The book is filled with riveting accounts like these. It does however bog down when Carlsen takes several chapters to describe Stephens’s and Catherwood’s early life.
The book is filled with expedition, politics, archeology and the American spirit.
Stephens and Catherwood were not the first to discover the Maya civilization, however they were the first to write extensively about it and provide intricate drawings (the camera was not in use at the time) of grand temples, palaces, courtyards, statues, stelas, pyramids, archways, caves and more.
The book is not just the Mayan discovery story which is fascinating, especially when they uncover their first city, it also tells the account of the development of a railroad across the Isthmus of Panama. Stephens was one of the key planners for that colossal endeavor. Stephens did not live to see its completion, but of that railroad Carlsen writes:
“From its inception to its consummation, it is purely American,…American genius conceived the plan; American science pronounced it practicable; American capital has furnished the sinews; American energy has prosecuted the gigantic enterprise to its completion in spite of the most formidable difficulties.”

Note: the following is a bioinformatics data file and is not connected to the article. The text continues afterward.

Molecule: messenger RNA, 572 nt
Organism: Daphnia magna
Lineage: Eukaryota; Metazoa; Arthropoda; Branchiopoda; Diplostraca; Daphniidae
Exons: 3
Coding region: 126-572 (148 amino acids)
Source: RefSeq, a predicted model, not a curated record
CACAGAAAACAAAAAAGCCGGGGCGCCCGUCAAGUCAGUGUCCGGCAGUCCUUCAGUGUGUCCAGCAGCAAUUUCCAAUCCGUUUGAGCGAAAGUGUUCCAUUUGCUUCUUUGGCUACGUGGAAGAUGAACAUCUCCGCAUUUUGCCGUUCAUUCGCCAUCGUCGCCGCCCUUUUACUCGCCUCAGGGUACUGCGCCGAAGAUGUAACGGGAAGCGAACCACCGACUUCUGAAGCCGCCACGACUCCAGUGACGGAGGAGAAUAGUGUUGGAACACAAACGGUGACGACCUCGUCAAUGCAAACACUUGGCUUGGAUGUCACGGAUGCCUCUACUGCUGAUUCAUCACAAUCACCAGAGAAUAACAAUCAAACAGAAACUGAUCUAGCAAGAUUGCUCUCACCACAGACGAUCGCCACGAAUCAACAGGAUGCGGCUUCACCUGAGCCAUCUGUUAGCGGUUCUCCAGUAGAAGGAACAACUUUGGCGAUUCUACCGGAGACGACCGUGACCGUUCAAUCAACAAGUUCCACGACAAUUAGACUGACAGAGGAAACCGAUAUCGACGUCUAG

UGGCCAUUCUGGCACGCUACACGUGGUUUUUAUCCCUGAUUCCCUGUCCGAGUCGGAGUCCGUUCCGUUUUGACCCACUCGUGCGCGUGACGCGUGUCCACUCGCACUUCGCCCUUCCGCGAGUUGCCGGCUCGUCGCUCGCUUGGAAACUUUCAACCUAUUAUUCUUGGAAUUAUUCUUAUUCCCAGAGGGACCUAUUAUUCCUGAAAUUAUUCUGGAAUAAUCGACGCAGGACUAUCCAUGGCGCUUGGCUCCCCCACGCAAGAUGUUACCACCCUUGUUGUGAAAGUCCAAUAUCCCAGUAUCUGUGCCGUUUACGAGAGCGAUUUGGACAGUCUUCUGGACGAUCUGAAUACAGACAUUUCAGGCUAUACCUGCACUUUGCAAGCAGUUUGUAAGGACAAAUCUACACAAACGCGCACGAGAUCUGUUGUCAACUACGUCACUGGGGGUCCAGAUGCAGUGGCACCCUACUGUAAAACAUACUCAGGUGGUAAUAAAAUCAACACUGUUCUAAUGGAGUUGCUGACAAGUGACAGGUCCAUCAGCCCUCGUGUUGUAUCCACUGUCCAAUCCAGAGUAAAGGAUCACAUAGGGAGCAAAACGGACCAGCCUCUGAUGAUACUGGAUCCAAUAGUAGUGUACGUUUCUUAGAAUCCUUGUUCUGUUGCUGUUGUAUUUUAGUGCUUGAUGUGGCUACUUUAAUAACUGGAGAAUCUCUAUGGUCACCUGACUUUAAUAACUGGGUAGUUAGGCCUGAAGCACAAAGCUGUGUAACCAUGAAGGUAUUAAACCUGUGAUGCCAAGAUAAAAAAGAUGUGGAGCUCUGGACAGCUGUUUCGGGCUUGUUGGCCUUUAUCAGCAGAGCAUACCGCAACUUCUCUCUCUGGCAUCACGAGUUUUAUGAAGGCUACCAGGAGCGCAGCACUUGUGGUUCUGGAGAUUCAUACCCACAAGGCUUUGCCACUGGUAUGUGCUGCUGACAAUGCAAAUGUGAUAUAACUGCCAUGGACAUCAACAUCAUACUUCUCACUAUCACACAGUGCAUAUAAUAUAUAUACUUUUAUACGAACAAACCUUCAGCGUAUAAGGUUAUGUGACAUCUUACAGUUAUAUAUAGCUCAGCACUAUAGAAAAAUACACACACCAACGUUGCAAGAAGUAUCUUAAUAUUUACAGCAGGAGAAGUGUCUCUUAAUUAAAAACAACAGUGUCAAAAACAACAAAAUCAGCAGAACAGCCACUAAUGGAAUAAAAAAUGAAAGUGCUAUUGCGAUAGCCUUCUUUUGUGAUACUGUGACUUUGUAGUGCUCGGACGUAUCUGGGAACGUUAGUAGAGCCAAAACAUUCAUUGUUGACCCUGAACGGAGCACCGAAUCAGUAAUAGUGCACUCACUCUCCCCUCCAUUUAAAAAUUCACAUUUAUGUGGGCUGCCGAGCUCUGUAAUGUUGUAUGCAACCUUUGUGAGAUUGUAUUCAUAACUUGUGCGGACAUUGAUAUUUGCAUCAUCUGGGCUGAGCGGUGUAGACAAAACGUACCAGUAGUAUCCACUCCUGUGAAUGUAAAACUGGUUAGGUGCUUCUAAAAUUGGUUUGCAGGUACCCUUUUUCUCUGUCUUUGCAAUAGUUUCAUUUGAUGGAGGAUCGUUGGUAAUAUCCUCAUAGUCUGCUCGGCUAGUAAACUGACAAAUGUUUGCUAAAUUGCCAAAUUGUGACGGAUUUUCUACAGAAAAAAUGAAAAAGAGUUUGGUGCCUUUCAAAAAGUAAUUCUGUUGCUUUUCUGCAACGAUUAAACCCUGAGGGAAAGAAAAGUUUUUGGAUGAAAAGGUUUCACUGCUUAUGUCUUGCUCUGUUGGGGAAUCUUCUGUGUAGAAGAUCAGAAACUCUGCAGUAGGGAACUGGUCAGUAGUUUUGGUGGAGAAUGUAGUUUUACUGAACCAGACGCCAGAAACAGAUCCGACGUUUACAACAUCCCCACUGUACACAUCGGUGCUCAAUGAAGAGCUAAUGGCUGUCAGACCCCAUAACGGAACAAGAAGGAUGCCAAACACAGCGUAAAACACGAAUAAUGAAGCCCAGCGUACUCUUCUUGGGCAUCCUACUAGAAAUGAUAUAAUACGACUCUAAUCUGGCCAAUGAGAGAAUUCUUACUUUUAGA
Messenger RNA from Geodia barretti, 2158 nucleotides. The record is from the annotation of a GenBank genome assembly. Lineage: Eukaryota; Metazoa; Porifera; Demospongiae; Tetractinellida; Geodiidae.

America is exceptional. Jungle of Stone helps us see that. It is a story of real men, strong men; men with firm grips.
Where are these men today? Are they only found in history–in the pages of books like Jungle of Stone?
Bring me men to match my mountains,
Bring me men to match my plains,
Men with empires in their purpose,
And new eras in their brains.
Bring me men to match my prairies,
Men to match my inland seas,
Men whose thoughts shall pave a highway
Up to ampler destinies,
Pioneers to cleanse thought’s marshlands,
And to cleanse old error’s fen;
Bring me men to match my mountains –
Bring me men!
Sam Walter Foss, The Coming American
[Excerpt from my upcoming book, A Boy Who Loved The Sea.]
I come from a family line of seagoing men. My great-great-grandfather, Captain Nelson W. Napier captained a side-wheel steamer, the Alpena, on one of the Great Lakes–Lake Michigan. It was on that ship he lost his life.